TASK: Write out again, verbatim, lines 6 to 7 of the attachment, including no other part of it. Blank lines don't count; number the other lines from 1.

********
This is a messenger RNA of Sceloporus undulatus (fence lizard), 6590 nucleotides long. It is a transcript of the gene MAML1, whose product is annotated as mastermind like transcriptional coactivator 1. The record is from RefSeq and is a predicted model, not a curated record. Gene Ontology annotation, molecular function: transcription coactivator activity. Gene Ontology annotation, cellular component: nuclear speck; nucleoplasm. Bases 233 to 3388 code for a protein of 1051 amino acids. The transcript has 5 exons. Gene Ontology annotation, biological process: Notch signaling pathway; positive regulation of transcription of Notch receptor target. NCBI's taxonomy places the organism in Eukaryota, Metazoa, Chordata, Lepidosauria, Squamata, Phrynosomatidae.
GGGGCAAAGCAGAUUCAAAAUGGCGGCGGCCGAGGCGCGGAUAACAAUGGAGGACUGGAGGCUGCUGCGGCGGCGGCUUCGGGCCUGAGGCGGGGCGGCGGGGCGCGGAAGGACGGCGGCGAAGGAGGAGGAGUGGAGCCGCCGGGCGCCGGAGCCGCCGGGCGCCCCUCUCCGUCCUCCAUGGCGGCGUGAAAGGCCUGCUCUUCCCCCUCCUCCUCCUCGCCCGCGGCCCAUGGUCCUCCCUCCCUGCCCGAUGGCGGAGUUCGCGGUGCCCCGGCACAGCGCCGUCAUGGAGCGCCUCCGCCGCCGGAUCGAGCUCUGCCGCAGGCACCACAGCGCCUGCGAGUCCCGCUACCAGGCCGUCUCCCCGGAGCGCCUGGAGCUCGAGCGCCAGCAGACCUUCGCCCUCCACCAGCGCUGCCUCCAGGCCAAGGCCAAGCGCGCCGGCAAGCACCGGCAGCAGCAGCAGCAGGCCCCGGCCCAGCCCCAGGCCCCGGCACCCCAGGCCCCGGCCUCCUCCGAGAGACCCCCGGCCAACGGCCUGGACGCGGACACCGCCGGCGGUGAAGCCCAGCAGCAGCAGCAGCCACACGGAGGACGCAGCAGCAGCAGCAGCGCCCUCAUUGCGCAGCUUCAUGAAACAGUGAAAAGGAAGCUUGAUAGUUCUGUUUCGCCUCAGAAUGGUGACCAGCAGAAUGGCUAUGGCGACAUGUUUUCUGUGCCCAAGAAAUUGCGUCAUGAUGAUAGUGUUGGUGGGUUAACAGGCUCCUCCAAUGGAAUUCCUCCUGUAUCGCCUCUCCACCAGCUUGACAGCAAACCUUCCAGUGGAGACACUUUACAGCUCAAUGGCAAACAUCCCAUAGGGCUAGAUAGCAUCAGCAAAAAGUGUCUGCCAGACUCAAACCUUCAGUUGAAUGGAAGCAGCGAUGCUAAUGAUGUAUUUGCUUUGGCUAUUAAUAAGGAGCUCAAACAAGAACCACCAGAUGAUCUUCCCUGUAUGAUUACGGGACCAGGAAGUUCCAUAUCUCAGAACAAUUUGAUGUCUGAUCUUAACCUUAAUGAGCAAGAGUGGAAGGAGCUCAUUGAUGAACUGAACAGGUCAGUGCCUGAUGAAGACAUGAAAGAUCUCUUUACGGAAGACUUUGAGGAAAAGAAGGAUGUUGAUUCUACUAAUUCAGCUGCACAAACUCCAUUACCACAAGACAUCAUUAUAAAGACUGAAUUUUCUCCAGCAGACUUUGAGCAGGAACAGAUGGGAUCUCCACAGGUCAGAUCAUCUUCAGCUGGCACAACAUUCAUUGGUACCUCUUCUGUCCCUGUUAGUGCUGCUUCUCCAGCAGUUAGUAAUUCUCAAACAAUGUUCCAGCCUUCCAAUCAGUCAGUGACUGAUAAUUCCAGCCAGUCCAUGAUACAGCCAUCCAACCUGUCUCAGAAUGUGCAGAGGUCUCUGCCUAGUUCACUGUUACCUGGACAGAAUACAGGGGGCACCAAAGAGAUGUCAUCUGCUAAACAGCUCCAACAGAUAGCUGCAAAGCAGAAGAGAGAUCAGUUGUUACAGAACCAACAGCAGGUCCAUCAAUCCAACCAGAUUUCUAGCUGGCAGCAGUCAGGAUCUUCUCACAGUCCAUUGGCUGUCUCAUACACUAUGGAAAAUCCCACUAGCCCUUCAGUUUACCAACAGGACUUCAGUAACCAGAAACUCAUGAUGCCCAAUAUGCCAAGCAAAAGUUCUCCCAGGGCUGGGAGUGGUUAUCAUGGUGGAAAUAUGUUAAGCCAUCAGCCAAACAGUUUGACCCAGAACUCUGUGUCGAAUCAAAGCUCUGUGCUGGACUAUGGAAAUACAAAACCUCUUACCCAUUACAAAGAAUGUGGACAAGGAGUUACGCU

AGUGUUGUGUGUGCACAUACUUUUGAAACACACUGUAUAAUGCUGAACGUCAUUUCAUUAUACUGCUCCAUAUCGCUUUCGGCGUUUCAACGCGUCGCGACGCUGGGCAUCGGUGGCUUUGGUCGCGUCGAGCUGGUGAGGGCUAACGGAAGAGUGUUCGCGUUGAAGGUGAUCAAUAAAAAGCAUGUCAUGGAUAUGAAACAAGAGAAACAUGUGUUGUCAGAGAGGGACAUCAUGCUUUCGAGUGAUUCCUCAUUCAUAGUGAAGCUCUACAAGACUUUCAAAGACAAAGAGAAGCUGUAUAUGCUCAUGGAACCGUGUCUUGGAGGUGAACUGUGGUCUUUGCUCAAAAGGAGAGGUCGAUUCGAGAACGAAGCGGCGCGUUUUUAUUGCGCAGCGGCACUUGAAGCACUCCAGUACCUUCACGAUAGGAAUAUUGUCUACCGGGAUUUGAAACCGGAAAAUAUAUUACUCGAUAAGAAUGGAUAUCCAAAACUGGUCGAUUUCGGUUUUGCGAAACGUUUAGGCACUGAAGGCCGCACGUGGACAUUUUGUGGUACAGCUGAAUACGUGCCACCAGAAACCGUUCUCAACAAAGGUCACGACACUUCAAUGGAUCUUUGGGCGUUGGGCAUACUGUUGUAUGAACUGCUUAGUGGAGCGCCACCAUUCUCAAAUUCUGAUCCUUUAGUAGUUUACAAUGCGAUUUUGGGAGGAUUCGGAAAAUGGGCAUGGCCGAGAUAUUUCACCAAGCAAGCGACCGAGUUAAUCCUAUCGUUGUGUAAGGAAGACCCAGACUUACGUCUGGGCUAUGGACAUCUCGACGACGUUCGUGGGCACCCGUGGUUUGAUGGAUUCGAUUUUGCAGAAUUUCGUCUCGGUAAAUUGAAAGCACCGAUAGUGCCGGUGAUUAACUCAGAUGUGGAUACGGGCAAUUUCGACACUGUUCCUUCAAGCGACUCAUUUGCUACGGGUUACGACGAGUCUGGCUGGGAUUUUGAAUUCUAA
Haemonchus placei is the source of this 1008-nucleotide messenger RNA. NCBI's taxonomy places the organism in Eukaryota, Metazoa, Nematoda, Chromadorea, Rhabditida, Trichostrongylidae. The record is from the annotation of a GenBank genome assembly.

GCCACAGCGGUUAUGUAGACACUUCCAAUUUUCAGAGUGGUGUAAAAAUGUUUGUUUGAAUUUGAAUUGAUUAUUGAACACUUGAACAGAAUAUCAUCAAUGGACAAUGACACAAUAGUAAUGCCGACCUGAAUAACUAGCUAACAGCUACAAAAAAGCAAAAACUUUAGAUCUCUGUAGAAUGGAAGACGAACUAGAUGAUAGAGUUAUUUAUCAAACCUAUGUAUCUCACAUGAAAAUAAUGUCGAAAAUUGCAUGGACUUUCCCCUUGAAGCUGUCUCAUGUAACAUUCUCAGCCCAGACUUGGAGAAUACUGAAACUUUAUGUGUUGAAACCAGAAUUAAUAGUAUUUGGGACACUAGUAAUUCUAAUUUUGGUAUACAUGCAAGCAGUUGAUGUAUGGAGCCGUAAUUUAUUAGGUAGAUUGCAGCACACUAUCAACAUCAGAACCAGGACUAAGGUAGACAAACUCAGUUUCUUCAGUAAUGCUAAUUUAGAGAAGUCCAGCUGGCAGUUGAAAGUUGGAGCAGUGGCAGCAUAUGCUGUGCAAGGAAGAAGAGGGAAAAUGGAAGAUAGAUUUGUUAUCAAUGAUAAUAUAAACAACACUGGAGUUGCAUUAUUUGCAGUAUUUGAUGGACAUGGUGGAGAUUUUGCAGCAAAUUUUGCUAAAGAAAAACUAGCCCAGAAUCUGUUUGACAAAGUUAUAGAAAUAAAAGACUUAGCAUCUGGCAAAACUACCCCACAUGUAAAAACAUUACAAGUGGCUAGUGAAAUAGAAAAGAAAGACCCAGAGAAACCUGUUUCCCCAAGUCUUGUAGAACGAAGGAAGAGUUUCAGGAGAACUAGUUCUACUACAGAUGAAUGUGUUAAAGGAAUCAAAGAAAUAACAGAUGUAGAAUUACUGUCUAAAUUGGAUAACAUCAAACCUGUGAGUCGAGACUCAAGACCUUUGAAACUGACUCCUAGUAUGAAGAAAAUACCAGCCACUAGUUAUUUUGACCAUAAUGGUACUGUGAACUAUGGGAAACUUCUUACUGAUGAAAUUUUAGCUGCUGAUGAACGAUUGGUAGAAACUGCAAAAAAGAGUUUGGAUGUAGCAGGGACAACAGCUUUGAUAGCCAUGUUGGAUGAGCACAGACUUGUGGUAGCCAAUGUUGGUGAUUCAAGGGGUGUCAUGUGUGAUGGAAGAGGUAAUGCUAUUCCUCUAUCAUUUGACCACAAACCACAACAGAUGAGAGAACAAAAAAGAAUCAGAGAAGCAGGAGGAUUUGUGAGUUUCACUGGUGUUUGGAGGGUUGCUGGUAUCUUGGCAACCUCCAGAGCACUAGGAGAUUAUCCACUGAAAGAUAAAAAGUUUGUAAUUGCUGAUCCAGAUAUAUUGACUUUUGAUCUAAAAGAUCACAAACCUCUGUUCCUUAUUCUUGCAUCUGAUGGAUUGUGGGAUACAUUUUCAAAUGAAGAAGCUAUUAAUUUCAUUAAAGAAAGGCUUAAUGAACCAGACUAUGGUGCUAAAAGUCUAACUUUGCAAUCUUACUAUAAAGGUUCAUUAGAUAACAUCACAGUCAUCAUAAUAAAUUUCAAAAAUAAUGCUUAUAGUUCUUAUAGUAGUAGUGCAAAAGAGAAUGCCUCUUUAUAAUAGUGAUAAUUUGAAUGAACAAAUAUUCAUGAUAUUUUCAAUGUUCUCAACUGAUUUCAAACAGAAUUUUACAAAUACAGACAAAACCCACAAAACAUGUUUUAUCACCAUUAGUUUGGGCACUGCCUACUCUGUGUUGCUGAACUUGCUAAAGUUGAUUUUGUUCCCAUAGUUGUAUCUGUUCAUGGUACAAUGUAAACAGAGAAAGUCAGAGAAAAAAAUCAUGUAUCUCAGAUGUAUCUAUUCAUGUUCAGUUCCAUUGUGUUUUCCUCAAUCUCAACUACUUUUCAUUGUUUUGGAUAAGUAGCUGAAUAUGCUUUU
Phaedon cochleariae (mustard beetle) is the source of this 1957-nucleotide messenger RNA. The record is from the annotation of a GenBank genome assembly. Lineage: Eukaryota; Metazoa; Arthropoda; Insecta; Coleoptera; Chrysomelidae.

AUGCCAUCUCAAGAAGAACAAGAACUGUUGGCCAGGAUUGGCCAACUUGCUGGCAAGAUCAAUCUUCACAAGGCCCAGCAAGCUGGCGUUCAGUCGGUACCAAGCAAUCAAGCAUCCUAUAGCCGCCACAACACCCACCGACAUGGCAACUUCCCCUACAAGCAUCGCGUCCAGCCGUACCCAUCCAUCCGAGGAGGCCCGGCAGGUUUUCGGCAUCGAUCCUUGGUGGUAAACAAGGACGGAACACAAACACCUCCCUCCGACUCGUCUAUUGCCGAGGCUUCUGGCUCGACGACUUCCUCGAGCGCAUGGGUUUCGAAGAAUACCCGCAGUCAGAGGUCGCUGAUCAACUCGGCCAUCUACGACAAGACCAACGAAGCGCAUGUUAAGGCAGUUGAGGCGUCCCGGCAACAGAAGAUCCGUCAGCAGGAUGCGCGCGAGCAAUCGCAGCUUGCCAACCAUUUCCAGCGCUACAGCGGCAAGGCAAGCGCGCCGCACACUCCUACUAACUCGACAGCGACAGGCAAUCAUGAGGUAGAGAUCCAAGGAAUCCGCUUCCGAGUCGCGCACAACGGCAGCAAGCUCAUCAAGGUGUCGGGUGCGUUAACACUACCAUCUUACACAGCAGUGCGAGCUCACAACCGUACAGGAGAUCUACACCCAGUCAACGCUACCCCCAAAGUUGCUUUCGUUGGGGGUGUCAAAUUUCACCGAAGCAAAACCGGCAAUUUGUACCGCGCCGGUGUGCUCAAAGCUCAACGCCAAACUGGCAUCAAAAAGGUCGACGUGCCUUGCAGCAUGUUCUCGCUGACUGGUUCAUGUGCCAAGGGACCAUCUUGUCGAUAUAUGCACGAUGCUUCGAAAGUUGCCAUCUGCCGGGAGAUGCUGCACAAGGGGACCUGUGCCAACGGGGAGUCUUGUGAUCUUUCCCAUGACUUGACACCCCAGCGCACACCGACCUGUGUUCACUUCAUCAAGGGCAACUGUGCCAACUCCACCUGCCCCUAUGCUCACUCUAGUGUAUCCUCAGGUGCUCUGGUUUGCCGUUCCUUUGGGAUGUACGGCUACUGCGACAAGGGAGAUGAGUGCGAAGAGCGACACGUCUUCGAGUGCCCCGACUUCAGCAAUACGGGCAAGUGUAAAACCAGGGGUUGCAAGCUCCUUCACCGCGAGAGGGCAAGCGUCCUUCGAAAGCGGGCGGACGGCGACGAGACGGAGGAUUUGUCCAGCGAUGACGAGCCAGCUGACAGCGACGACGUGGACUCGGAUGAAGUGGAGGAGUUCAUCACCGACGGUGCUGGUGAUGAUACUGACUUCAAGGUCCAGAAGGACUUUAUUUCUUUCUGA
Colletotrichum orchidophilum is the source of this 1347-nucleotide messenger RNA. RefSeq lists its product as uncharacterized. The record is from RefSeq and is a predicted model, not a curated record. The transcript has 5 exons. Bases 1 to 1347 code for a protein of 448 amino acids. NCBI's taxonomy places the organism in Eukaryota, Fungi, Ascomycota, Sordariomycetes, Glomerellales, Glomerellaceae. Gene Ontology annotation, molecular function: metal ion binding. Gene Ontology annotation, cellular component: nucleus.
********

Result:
Phaedon cochleariae (mustard beetle) is the source of this 1957-nucleotide messenger RNA. The record is from the annotation of a GenBank genome assembly. Lineage: Eukaryota; Metazoa; Arthropoda; Insecta; Coleoptera; Chrysomelidae.

AUGCCAUCUCAAGAAGAACAAGAACUGUUGGCCAGGAUUGGCCAACUUGCUGGCAAGAUCAAUCUUCACAAGGCCCAGCAAGCUGGCGUUCAGUCGGUACCAAGCAAUCAAGCAUCCUAUAGCCGCCACAACACCCACCGACAUGGCAACUUCCCCUACAAGCAUCGCGUCCAGCCGUACCCAUCCAUCCGAGGAGGCCCGGCAGGUUUUCGGCAUCGAUCCUUGGUGGUAAACAAGGACGGAACACAAACACCUCCCUCCGACUCGUCUAUUGCCGAGGCUUCUGGCUCGACGACUUCCUCGAGCGCAUGGGUUUCGAAGAAUACCCGCAGUCAGAGGUCGCUGAUCAACUCGGCCAUCUACGACAAGACCAACGAAGCGCAUGUUAAGGCAGUUGAGGCGUCCCGGCAACAGAAGAUCCGUCAGCAGGAUGCGCGCGAGCAAUCGCAGCUUGCCAACCAUUUCCAGCGCUACAGCGGCAAGGCAAGCGCGCCGCACACUCCUACUAACUCGACAGCGACAGGCAAUCAUGAGGUAGAGAUCCAAGGAAUCCGCUUCCGAGUCGCGCACAACGGCAGCAAGCUCAUCAAGGUGUCGGGUGCGUUAACACUACCAUCUUACACAGCAGUGCGAGCUCACAACCGUACAGGAGAUCUACACCCAGUCAACGCUACCCCCAAAGUUGCUUUCGUUGGGGGUGUCAAAUUUCACCGAAGCAAAACCGGCAAUUUGUACCGCGCCGGUGUGCUCAAAGCUCAACGCCAAACUGGCAUCAAAAAGGUCGACGUGCCUUGCAGCAUGUUCUCGCUGACUGGUUCAUGUGCCAAGGGACCAUCUUGUCGAUAUAUGCACGAUGCUUCGAAAGUUGCCAUCUGCCGGGAGAUGCUGCACAAGGGGACCUGUGCCAACGGGGAGUCUUGUGAUCUUUCCCAUGACUUGACACCCCAGCGCACACCGACCUGUGUUCACUUCAUCAAGGGCAACUGUGCCAACUCCACCUGCCCCUAUGCUCACUCUAGUGUAUCCUCAGGUGCUCUGGUUUGCCGUUCCUUUGGGAUGUACGGCUACUGCGACAAGGGAGAUGAGUGCGAAGAGCGACACGUCUUCGAGUGCCCCGACUUCAGCAAUACGGGCAAGUGUAAAACCAGGGGUUGCAAGCUCCUUCACCGCGAGAGGGCAAGCGUCCUUCGAAAGCGGGCGGACGGCGACGAGACGGAGGAUUUGUCCAGCGAUGACGAGCCAGCUGACAGCGACGACGUGGACUCGGAUGAAGUGGAGGAGUUCAUCACCGACGGUGCUGGUGAUGAUACUGACUUCAAGGUCCAGAAGGACUUUAUUUCUUUCUGA